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Rambo Review

Other Critics provided by

Critics scores range from 0 to 100, with higher scores indicating more favorable reviews.

  • 3.0

    out of 100

    Mixed or average reviews
    based on a weighted average of all
    critic review scores.

  • 25

    out of 100

    USA Today Claudia Puig

    There is a blessed dearth of dialogue, but much of it is unintentionally hilarious.

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  • 40

    out of 100

    The Hollywood Reporter Michael Rechtshaffen

    In short, No. 4 is one big snore.

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  • 63

    out of 100

    ReelViews James Berardinelli

    In the Rambo canon, where does this one fit? The tone is closer to "First Blood" but the body count is more "Rambo III." No matter how one dices and slices this new Rambo, the first one in 20 years, it will likely please fans of the long-in-the-tooth series.

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  • 67

    out of 100

    Entertainment Weekly Lisa Schwarzbaum

    Rambo teaches that fighting sucks, good intentions can be futile, and coalitions of the willing are a charade: A man's got to do what a man's got to do.

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For Families provided by Common Sense Media

Iffy for 15+

Non-stop violence is too overpowering for kids.

What Parents Need to Know

Parents need to know that the fourth installment in the Rambo franchise is, like its '80s predecessors, full of blood and violence (rendered even more disturbing by the last two decades' technological advances). The main character is a one-man killing machine; when pushed to defend himself or others, he'll use anything -- from his bare hands to a rock to a weapon -- to destroy his enemies. Despite being 61, Stallone still has a considerable following, although most of his biggest fans are men old enough to be fathers at this point. While younger kids may not be interested, teen boys may well want to see what all the fuss is about this iconic character. In addition to the disturbing amount of violence, there's also a great deal of strong language and an awful scene that's clearly the prelude to a gang rape.

  • Families can talk about whether the amount of violence in this movie is fitting, given its subject matter. Are there times when violence needs to be graphic to get a filmmaker's point across? Why or why not? What's the appeal of explicit violence in the movies? What effects does watching this kind of content have? The fact that violent movies stimulate parts of the brain bears some commentary from the parental units.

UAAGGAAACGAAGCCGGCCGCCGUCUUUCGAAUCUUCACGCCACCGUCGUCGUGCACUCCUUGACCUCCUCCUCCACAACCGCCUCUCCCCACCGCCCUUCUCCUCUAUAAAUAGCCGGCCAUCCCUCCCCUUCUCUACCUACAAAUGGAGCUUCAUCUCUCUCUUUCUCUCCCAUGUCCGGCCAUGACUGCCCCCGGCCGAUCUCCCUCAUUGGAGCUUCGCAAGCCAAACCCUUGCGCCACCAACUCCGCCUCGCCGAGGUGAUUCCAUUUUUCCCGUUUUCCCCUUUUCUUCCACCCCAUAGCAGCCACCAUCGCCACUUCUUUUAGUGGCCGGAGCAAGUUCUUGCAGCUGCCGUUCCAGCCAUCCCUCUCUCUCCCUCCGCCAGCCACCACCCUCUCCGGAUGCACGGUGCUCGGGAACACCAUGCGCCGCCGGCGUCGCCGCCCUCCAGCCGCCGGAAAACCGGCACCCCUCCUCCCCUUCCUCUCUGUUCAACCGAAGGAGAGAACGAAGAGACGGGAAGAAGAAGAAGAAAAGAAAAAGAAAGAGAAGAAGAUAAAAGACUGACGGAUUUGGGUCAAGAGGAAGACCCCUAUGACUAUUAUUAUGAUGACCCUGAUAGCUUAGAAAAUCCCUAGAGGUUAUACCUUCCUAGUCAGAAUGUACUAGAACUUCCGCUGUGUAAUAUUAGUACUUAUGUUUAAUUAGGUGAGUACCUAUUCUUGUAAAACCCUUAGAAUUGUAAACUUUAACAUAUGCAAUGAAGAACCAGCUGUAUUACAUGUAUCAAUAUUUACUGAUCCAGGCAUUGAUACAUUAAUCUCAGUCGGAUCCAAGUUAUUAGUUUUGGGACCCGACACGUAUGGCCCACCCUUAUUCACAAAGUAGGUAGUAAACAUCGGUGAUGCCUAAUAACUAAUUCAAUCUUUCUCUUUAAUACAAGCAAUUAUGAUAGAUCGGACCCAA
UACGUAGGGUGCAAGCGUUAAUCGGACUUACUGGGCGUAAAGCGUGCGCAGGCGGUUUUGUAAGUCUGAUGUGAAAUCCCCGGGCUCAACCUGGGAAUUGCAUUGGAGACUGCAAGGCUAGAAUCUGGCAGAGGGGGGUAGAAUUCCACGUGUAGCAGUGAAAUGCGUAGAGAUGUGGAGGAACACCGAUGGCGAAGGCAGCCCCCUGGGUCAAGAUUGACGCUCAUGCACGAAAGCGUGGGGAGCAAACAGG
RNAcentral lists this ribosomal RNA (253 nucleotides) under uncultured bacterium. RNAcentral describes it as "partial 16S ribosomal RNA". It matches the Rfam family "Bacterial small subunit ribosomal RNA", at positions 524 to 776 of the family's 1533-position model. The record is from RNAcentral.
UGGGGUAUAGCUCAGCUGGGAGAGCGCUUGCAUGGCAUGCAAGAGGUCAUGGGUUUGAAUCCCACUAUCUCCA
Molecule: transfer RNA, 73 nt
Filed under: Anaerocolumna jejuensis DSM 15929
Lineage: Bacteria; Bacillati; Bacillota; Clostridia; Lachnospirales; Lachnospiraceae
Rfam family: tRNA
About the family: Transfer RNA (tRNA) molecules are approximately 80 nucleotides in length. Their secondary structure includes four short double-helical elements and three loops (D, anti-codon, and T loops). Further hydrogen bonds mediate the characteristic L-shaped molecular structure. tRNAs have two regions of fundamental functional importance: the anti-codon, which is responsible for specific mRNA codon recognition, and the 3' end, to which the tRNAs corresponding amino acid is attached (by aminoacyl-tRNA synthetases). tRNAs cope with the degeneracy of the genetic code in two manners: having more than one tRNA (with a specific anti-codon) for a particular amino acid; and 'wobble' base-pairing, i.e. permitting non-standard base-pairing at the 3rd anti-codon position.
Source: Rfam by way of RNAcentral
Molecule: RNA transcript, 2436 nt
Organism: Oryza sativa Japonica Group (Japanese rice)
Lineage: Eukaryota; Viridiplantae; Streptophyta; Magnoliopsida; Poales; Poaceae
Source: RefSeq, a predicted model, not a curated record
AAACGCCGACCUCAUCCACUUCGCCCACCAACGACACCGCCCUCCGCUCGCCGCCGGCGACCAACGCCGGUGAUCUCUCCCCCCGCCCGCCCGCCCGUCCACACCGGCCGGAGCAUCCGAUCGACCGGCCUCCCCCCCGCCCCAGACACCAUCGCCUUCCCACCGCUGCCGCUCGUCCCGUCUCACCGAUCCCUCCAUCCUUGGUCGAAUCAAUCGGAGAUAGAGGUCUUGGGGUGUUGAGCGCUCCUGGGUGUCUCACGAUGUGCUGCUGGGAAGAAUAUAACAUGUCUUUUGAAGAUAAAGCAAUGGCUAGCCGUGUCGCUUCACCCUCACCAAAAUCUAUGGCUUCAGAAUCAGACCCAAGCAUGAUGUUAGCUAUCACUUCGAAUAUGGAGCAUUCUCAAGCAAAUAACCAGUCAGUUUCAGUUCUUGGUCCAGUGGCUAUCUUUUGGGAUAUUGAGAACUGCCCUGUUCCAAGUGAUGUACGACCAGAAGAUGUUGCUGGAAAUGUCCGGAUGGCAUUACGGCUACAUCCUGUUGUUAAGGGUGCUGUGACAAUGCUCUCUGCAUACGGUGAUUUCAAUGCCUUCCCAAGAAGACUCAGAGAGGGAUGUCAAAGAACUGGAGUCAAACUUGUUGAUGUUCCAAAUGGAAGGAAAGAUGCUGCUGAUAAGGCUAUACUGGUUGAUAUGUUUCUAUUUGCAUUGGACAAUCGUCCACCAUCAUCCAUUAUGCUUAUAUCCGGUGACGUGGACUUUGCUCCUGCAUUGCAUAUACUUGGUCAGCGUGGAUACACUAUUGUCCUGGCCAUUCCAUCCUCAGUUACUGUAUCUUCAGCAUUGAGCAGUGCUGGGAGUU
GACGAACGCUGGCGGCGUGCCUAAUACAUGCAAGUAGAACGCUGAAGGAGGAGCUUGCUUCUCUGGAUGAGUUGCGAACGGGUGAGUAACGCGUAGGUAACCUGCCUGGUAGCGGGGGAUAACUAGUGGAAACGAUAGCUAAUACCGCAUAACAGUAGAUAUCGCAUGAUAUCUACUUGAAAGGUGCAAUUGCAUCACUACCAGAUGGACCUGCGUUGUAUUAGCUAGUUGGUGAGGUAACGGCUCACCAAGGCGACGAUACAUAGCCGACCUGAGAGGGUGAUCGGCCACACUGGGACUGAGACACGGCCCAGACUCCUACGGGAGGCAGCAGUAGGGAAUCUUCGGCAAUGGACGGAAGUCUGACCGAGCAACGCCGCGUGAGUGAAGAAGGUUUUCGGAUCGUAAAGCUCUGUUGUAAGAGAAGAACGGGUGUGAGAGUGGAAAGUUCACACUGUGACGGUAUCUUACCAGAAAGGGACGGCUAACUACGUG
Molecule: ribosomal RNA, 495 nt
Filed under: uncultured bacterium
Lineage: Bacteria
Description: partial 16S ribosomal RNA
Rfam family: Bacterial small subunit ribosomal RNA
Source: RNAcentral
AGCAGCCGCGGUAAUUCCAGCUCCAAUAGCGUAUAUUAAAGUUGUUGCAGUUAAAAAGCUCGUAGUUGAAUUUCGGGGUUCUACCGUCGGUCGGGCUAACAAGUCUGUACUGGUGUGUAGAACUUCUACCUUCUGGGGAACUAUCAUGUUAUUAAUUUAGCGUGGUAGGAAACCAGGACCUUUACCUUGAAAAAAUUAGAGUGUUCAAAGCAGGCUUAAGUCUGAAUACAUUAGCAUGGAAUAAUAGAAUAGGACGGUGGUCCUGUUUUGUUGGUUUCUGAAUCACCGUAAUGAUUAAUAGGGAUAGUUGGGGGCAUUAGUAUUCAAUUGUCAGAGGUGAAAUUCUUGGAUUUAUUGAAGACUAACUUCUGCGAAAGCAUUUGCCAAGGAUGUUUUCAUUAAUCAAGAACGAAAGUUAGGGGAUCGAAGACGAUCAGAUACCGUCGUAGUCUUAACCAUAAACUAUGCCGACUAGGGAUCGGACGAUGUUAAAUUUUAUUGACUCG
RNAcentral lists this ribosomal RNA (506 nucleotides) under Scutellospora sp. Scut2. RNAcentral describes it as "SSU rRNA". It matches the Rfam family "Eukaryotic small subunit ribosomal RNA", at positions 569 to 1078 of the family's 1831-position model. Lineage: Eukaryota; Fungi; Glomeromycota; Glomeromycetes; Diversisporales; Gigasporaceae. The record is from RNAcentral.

The good stuff
  • message true0

    Messages: Christian aid workers show bravery by continuing their mission in the face of danger. Rambo, as always, decides to take matters in his own hands to help the mercenaries assigned to rescue the missionaries. Lots of male bravado, but the woman character does show she's committed to her cause.

What to watch for
  • violence false5

    Violence: From the opening news reel of atrocities being committed in Burma, the film is -- save for a few early sequences -- nonstop violence. People are shot, burned alive, blown up, stabbed, hacked, hanged, and raped. Women are shown taunted and then about to be raped. Children are killed. Limbs fly around as bombs and land mines are triggered. Heads explode or are decapitated and bodies dismembered. Name a weapon, and it's used -- arrows, knives, handguns, automatic weapons, etc.

  • sex false3

    Sex: Young women are forced to dance in front of their brutal captors. They're then hit, and their clothes are ripped off (breasts are visible) as they're about to be raped. Sarah touches Rambo's hand and embraces Michael. A boy is shown escorted to the general's quarters, where the general caresses his head and face before shutting the door.

  • language false5

    Language: As with most military action flicks, the language is ever-present -- "f--k" is the most uttered word, with "s--t" and "a--hole" close seconds.

  • consumerism false0

    Consumerism: Not an issue

  • drugsalcoholtobacco false3

    Drinking, drugs and smoking: The Burmese soldiers drink heavily during the pre-rape dance scene.